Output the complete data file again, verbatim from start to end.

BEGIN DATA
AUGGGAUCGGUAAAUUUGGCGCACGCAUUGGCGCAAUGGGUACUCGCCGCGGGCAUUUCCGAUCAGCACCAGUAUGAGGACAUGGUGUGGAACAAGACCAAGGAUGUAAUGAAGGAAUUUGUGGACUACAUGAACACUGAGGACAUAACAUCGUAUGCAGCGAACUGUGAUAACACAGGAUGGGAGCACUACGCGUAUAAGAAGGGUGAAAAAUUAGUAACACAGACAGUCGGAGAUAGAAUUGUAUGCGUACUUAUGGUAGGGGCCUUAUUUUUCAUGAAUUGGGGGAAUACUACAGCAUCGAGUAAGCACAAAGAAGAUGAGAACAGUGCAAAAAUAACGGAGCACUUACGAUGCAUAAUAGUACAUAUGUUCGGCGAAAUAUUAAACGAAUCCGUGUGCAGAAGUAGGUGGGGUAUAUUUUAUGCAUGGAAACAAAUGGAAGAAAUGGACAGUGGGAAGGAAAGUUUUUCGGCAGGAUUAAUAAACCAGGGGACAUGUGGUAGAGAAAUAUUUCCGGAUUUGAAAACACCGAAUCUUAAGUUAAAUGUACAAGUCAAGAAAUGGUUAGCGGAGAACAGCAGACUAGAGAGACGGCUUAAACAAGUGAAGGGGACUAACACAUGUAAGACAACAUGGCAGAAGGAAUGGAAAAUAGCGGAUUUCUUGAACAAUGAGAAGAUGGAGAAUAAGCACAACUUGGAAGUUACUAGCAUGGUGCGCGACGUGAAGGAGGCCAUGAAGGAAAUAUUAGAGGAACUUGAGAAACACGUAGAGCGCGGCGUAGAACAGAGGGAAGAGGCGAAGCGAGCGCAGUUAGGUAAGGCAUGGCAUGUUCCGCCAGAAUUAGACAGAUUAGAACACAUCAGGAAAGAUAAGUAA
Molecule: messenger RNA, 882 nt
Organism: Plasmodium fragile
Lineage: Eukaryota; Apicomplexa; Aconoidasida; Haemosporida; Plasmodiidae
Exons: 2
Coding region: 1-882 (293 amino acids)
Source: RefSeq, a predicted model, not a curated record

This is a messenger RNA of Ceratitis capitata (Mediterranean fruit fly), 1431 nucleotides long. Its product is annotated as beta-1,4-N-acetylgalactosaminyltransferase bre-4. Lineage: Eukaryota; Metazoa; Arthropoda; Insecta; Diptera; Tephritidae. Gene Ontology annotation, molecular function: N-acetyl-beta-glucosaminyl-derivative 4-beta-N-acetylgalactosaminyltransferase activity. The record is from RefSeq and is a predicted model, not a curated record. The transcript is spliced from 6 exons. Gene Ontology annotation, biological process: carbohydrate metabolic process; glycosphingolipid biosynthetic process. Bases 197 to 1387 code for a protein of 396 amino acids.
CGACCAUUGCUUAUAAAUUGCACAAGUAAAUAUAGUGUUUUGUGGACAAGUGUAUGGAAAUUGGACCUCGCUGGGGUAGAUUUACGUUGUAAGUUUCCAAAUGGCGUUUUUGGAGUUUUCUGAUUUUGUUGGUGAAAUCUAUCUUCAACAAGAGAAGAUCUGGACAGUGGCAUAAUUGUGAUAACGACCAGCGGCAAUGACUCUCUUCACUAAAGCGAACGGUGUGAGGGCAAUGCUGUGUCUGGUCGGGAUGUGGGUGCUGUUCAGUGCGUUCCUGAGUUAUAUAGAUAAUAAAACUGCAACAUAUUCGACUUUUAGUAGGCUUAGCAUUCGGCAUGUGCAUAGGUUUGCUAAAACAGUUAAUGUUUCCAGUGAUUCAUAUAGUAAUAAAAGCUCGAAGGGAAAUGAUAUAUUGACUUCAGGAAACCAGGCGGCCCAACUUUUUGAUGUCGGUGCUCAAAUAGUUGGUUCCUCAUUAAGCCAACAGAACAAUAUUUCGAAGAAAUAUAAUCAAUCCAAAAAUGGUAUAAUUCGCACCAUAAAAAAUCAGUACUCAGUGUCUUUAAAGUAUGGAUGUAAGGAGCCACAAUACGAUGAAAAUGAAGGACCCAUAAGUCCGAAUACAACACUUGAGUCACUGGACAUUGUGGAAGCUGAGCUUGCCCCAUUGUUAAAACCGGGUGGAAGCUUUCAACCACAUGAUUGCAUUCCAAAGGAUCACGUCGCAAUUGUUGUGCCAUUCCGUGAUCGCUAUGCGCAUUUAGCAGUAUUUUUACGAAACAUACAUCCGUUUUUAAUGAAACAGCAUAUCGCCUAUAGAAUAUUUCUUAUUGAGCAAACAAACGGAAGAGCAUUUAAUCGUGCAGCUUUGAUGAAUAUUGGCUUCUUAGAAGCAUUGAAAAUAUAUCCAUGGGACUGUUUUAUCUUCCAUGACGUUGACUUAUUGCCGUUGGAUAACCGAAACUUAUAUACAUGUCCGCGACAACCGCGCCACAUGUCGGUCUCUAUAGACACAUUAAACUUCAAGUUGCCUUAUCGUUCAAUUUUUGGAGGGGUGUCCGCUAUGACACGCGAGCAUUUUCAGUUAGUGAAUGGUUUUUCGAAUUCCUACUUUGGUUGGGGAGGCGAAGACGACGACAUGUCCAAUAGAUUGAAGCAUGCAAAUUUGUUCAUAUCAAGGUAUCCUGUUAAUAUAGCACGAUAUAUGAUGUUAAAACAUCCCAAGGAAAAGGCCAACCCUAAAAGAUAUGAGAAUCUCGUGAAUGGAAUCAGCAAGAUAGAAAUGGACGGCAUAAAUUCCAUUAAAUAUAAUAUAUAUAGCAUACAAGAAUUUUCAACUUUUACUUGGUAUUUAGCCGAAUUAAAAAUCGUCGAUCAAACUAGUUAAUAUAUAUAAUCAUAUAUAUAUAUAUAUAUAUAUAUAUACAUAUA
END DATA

AUGGGAUCGGUAAAUUUGGCGCACGCAUUGGCGCAAUGGGUACUCGCCGCGGGCAUUUCCGAUCAGCACCAGUAUGAGGACAUGGUGUGGAACAAGACCAAGGAUGUAAUGAAGGAAUUUGUGGACUACAUGAACACUGAGGACAUAACAUCGUAUGCAGCGAACUGUGAUAACACAGGAUGGGAGCACUACGCGUAUAAGAAGGGUGAAAAAUUAGUAACACAGACAGUCGGAGAUAGAAUUGUAUGCGUACUUAUGGUAGGGGCCUUAUUUUUCAUGAAUUGGGGGAAUACUACAGCAUCGAGUAAGCACAAAGAAGAUGAGAACAGUGCAAAAAUAACGGAGCACUUACGAUGCAUAAUAGUACAUAUGUUCGGCGAAAUAUUAAACGAAUCCGUGUGCAGAAGUAGGUGGGGUAUAUUUUAUGCAUGGAAACAAAUGGAAGAAAUGGACAGUGGGAAGGAAAGUUUUUCGGCAGGAUUAAUAAACCAGGGGACAUGUGGUAGAGAAAUAUUUCCGGAUUUGAAAACACCGAAUCUUAAGUUAAAUGUACAAGUCAAGAAAUGGUUAGCGGAGAACAGCAGACUAGAGAGACGGCUUAAACAAGUGAAGGGGACUAACACAUGUAAGACAACAUGGCAGAAGGAAUGGAAAAUAGCGGAUUUCUUGAACAAUGAGAAGAUGGAGAAUAAGCACAACUUGGAAGUUACUAGCAUGGUGCGCGACGUGAAGGAGGCCAUGAAGGAAAUAUUAGAGGAACUUGAGAAACACGUAGAGCGCGGCGUAGAACAGAGGGAAGAGGCGAAGCGAGCGCAGUUAGGUAAGGCAUGGCAUGUUCCGCCAGAAUUAGACAGAUUAGAACACAUCAGGAAAGAUAAGUAA
Molecule: messenger RNA, 882 nt
Organism: Plasmodium fragile
Lineage: Eukaryota; Apicomplexa; Aconoidasida; Haemosporida; Plasmodiidae
Exons: 2
Coding region: 1-882 (293 amino acids)
Source: RefSeq, a predicted model, not a curated record

This is a messenger RNA of Ceratitis capitata (Mediterranean fruit fly), 1431 nucleotides long. Its product is annotated as beta-1,4-N-acetylgalactosaminyltransferase bre-4. Lineage: Eukaryota; Metazoa; Arthropoda; Insecta; Diptera; Tephritidae. Gene Ontology annotation, molecular function: N-acetyl-beta-glucosaminyl-derivative 4-beta-N-acetylgalactosaminyltransferase activity. The record is from RefSeq and is a predicted model, not a curated record. The transcript is spliced from 6 exons. Gene Ontology annotation, biological process: carbohydrate metabolic process; glycosphingolipid biosynthetic process. Bases 197 to 1387 code for a protein of 396 amino acids.
CGACCAUUGCUUAUAAAUUGCACAAGUAAAUAUAGUGUUUUGUGGACAAGUGUAUGGAAAUUGGACCUCGCUGGGGUAGAUUUACGUUGUAAGUUUCCAAAUGGCGUUUUUGGAGUUUUCUGAUUUUGUUGGUGAAAUCUAUCUUCAACAAGAGAAGAUCUGGACAGUGGCAUAAUUGUGAUAACGACCAGCGGCAAUGACUCUCUUCACUAAAGCGAACGGUGUGAGGGCAAUGCUGUGUCUGGUCGGGAUGUGGGUGCUGUUCAGUGCGUUCCUGAGUUAUAUAGAUAAUAAAACUGCAACAUAUUCGACUUUUAGUAGGCUUAGCAUUCGGCAUGUGCAUAGGUUUGCUAAAACAGUUAAUGUUUCCAGUGAUUCAUAUAGUAAUAAAAGCUCGAAGGGAAAUGAUAUAUUGACUUCAGGAAACCAGGCGGCCCAACUUUUUGAUGUCGGUGCUCAAAUAGUUGGUUCCUCAUUAAGCCAACAGAACAAUAUUUCGAAGAAAUAUAAUCAAUCCAAAAAUGGUAUAAUUCGCACCAUAAAAAAUCAGUACUCAGUGUCUUUAAAGUAUGGAUGUAAGGAGCCACAAUACGAUGAAAAUGAAGGACCCAUAAGUCCGAAUACAACACUUGAGUCACUGGACAUUGUGGAAGCUGAGCUUGCCCCAUUGUUAAAACCGGGUGGAAGCUUUCAACCACAUGAUUGCAUUCCAAAGGAUCACGUCGCAAUUGUUGUGCCAUUCCGUGAUCGCUAUGCGCAUUUAGCAGUAUUUUUACGAAACAUACAUCCGUUUUUAAUGAAACAGCAUAUCGCCUAUAGAAUAUUUCUUAUUGAGCAAACAAACGGAAGAGCAUUUAAUCGUGCAGCUUUGAUGAAUAUUGGCUUCUUAGAAGCAUUGAAAAUAUAUCCAUGGGACUGUUUUAUCUUCCAUGACGUUGACUUAUUGCCGUUGGAUAACCGAAACUUAUAUACAUGUCCGCGACAACCGCGCCACAUGUCGGUCUCUAUAGACACAUUAAACUUCAAGUUGCCUUAUCGUUCAAUUUUUGGAGGGGUGUCCGCUAUGACACGCGAGCAUUUUCAGUUAGUGAAUGGUUUUUCGAAUUCCUACUUUGGUUGGGGAGGCGAAGACGACGACAUGUCCAAUAGAUUGAAGCAUGCAAAUUUGUUCAUAUCAAGGUAUCCUGUUAAUAUAGCACGAUAUAUGAUGUUAAAACAUCCCAAGGAAAAGGCCAACCCUAAAAGAUAUGAGAAUCUCGUGAAUGGAAUCAGCAAGAUAGAAAUGGACGGCAUAAAUUCCAUUAAAUAUAAUAUAUAUAGCAUACAAGAAUUUUCAACUUUUACUUGGUAUUUAGCCGAAUUAAAAAUCGUCGAUCAAACUAGUUAAUAUAUAUAAUCAUAUAUAUAUAUAUAUAUAUAUAUAUACAUAUA